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As the brazen serpent lost none of provision for thein all, and offers its efficacy to cure the bitten li- it to them freely, on raelites after any number bad condition of their accepting it as looked upon it, so this provision a free gilt to the ill-deserving: --suffers po diminution by the nun. But they will not accept it. They ber of those who partake of it, hate their lord and choose rather but always continues in the same to perish, iban to be iodebied to abundance, after thousands and him for any favour: Such are millions have been supplied. Just the rebels against our Lord the as much was necessary to be made King. Sich were we all by for those who are supplied ; and ture, being 66 children of wrath no more would have been neces- even as others." The Prince im. sary for the supply of all. manuel has by his death, made,

Th. But will not soine of them abundant provision for the whole complain of their lord for not world. And in consequence of making all willing when he had this provision, his servants are the power to do it?

sent forth to invite all to come. In. They may complain, for All might come if they woul.-they are very unreasonable crea- But so great is the perverseness tures ; and are seeking occasion of their hearts, that they will not to complain of their lord. But come to bim that they might have who will thiok they have reason life. And now, he might justly to complain, when they have their leave them all to perish in their own choice, and might come if sin and folly. But he has graciousthey would? What reasonable ly determined that they shall not man will ever complain of another all perish. He bas determined to for giving him that which he leave some of them to perish, for chooses for himself?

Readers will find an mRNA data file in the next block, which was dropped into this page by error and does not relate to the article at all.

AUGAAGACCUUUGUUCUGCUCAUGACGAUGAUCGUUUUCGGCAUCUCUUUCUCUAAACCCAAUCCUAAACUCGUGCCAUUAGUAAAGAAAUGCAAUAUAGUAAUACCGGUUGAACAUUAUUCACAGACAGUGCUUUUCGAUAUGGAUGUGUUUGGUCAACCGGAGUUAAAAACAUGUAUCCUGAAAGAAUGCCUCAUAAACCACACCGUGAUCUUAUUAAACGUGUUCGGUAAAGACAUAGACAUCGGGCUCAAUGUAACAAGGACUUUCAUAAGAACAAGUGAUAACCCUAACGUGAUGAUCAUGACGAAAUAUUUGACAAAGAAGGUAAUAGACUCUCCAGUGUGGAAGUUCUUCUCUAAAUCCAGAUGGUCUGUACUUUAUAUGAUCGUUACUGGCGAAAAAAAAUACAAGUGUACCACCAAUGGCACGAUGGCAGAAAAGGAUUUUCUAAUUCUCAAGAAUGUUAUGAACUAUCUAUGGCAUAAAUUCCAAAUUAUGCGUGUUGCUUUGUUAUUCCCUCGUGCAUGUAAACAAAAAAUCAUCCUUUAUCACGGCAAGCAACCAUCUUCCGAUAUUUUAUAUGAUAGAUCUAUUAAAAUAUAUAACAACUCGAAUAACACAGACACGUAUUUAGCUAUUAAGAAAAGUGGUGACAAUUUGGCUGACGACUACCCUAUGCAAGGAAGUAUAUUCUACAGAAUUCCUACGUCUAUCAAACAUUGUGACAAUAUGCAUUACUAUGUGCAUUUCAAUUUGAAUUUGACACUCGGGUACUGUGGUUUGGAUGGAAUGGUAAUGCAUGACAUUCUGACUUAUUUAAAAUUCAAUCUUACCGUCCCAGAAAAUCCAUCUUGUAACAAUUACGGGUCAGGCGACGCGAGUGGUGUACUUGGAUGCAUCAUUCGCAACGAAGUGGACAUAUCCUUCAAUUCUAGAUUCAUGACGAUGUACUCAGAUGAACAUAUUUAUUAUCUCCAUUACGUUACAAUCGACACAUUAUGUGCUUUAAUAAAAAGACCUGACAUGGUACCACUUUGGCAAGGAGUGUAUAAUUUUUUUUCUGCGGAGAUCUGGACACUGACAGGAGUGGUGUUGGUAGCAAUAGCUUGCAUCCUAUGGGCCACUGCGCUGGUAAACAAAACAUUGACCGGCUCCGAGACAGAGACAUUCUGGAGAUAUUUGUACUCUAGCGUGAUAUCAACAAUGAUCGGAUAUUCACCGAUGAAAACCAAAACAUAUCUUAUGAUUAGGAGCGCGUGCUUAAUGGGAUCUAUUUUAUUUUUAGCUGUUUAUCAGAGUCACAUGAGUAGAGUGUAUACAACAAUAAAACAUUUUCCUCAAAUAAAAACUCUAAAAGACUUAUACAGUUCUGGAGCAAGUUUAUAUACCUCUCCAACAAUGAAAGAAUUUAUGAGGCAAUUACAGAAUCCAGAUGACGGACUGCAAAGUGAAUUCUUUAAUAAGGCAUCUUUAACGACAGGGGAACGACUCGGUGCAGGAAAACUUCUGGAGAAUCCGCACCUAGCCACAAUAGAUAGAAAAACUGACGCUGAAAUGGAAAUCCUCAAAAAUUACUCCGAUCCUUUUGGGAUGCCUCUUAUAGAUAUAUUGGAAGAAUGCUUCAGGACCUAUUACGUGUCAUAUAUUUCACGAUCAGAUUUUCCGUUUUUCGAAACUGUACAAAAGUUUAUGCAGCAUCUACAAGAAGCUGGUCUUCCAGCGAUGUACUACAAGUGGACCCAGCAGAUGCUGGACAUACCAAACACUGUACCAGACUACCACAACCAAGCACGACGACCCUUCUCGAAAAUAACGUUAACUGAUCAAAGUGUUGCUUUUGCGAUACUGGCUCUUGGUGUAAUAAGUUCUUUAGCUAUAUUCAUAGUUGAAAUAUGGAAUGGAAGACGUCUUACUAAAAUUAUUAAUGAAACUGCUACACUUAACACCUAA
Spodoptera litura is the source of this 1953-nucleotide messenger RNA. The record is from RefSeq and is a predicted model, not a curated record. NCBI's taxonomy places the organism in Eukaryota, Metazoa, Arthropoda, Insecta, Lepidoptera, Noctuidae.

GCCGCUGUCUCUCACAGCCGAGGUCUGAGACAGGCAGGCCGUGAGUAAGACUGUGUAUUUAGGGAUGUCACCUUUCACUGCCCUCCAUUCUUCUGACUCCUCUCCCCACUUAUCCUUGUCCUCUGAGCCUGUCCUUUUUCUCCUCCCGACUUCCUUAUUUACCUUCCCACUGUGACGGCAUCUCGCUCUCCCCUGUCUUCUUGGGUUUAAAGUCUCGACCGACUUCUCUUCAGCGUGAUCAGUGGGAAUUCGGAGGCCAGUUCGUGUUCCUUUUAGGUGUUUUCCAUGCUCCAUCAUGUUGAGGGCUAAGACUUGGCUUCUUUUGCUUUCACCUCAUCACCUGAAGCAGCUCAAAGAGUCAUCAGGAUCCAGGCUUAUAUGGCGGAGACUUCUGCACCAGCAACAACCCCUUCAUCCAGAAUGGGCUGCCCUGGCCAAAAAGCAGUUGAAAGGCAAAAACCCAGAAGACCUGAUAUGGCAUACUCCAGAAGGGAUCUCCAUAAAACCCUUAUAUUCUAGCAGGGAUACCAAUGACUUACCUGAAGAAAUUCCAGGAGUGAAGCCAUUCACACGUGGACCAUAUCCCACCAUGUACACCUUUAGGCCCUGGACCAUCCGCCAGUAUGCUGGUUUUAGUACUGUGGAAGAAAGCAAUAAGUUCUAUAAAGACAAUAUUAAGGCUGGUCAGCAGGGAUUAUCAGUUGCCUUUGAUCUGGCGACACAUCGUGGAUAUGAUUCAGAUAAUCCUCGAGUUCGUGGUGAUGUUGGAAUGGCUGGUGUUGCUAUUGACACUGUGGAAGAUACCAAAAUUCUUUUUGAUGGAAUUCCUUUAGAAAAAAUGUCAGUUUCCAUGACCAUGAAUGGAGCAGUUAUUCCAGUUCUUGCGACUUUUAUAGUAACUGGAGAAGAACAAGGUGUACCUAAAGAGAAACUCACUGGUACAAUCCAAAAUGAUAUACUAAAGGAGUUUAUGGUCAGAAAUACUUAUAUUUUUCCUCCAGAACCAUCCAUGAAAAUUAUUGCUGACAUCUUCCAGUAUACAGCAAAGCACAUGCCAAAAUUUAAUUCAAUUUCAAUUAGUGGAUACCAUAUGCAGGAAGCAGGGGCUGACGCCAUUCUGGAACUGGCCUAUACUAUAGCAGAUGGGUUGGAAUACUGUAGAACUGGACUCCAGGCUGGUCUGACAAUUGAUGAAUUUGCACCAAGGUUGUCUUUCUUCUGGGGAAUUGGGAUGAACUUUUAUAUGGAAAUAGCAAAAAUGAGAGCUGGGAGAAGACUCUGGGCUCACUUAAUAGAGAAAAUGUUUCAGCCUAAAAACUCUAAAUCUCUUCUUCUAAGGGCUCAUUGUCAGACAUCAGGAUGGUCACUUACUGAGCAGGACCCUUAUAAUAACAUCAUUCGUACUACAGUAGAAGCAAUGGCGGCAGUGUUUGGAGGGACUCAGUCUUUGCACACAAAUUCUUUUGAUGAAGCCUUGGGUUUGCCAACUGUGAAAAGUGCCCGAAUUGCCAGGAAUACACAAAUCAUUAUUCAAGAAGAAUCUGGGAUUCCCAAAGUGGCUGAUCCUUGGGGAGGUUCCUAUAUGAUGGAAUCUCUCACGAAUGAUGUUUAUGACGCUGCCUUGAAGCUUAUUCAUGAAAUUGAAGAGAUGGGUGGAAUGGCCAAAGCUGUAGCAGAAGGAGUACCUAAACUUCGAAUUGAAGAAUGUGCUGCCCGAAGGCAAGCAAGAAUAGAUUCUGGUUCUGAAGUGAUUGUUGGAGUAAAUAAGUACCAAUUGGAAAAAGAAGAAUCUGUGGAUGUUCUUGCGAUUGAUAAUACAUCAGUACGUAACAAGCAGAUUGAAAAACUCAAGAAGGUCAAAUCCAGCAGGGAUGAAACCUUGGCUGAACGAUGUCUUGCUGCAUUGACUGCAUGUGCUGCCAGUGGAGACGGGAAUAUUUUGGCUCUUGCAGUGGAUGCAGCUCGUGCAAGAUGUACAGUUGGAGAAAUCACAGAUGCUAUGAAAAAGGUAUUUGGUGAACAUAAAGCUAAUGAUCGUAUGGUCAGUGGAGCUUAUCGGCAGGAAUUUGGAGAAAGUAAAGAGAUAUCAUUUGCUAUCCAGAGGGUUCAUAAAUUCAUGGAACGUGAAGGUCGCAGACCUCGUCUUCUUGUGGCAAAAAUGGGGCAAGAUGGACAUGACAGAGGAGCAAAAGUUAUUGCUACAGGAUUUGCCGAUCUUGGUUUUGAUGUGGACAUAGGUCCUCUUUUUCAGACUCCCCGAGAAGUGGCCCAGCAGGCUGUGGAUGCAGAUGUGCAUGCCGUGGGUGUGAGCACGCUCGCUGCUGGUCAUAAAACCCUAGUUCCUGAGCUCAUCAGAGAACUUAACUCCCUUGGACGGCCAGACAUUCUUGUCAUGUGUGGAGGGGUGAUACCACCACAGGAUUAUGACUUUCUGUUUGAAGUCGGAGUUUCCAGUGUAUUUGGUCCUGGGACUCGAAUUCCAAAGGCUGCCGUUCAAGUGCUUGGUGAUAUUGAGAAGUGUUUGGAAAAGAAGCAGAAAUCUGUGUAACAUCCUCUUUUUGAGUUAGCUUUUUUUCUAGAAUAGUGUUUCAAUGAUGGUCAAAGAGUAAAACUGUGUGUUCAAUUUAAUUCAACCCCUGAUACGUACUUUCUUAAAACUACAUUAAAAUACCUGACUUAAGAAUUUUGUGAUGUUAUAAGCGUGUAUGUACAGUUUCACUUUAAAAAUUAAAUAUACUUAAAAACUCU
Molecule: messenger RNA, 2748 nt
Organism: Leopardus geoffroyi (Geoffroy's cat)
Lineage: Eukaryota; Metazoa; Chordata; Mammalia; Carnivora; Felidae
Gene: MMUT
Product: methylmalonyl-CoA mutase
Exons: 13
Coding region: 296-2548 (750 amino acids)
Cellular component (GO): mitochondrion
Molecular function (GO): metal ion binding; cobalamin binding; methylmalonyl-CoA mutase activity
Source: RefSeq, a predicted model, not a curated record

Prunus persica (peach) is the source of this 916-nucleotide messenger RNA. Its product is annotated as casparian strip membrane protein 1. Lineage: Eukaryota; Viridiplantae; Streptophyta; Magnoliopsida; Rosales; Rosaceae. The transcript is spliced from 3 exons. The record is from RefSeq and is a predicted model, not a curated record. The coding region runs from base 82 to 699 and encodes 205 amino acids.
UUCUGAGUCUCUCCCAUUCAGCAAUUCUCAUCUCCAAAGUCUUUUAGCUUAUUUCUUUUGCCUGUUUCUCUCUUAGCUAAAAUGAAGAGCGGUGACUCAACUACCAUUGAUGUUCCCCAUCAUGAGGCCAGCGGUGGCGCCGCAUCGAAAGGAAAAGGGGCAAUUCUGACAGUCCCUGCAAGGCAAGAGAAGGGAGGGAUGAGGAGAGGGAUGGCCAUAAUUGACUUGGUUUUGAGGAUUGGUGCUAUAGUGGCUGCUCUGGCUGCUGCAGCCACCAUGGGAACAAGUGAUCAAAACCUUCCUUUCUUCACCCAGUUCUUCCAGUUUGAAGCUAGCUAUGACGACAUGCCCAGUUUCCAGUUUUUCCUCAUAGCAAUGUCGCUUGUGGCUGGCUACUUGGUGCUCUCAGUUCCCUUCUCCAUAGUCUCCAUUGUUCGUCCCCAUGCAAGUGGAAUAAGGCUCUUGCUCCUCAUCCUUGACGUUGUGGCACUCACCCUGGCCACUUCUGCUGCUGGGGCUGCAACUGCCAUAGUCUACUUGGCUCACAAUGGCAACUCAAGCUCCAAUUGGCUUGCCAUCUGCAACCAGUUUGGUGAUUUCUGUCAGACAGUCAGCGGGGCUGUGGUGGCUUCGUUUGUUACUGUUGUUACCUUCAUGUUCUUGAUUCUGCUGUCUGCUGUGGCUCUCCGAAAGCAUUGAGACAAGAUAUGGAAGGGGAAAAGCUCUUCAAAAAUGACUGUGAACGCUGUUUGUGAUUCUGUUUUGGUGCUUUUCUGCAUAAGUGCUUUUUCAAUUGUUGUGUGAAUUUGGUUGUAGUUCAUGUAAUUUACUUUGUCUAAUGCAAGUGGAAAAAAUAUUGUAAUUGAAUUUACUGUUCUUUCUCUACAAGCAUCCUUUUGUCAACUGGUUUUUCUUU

the glory of bis justice, and to Th. Please to explain this to make others the monuments of us more fully.

And he sends forth In. Those miserable objects the Holy Comforier io change which you saw are rebels against their hearts and inake thein wil. their rightful lord and sovereign, ling. As soon as he touches their and by their own wicked and fooi- hearts, by bis invisible, but Alish conduct have brought them- mighty agency, they become wiiselves into their present wretched ling, and ireely and voluntarily acstate. They are starving with cept the offered mercy, s hile ile hunger, and clothed in rags ; rest perish in their sins, and reand they must perish soon it they ceive according to the just deinerare not relieved. Their lord, as it of their crimes. you see, in the greainess of his that tbough there is abundant compassion, has made abundant provision of food and clowing in

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But you see,

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the store house, it does no good to crimes, so all bis rebellious sutany till they come and receive it. jects are condemned already.They must come & accept it as a But as the end of punishment, in

, freegift. This is thecondition which every good government, is not the they must perform, or die. This gratification of'malignant feelings, shows the difference between the but the promotion of the public work of atonement and the work of good, and the sentence of the law redemption. The atonement con- is executed only where the pub. sisted in making the provision. Re- lic good requires it, and when the demption consists in making them pablic good will admit of it mercy partakers of that provision. The a- is exercised in the pardon of of. tonement is sufficient for all, but it is fenders; so our Lord the King will only applied to apart. The atone. promote the honor of his name, ment has been styled a cover for and the highest interest of his hosio. The garments laid up in the ly kingdom, by extending pardonstore house may be styled a cover ing mercy to some, and executing for the nakedness of those wretch- the penalty of his law upon othed creatures; but they do not ac. ers, exactly as the public good tually become a cover of their requires. But, as you saw, that nakedness, till they put them on. all these criminals were guilty &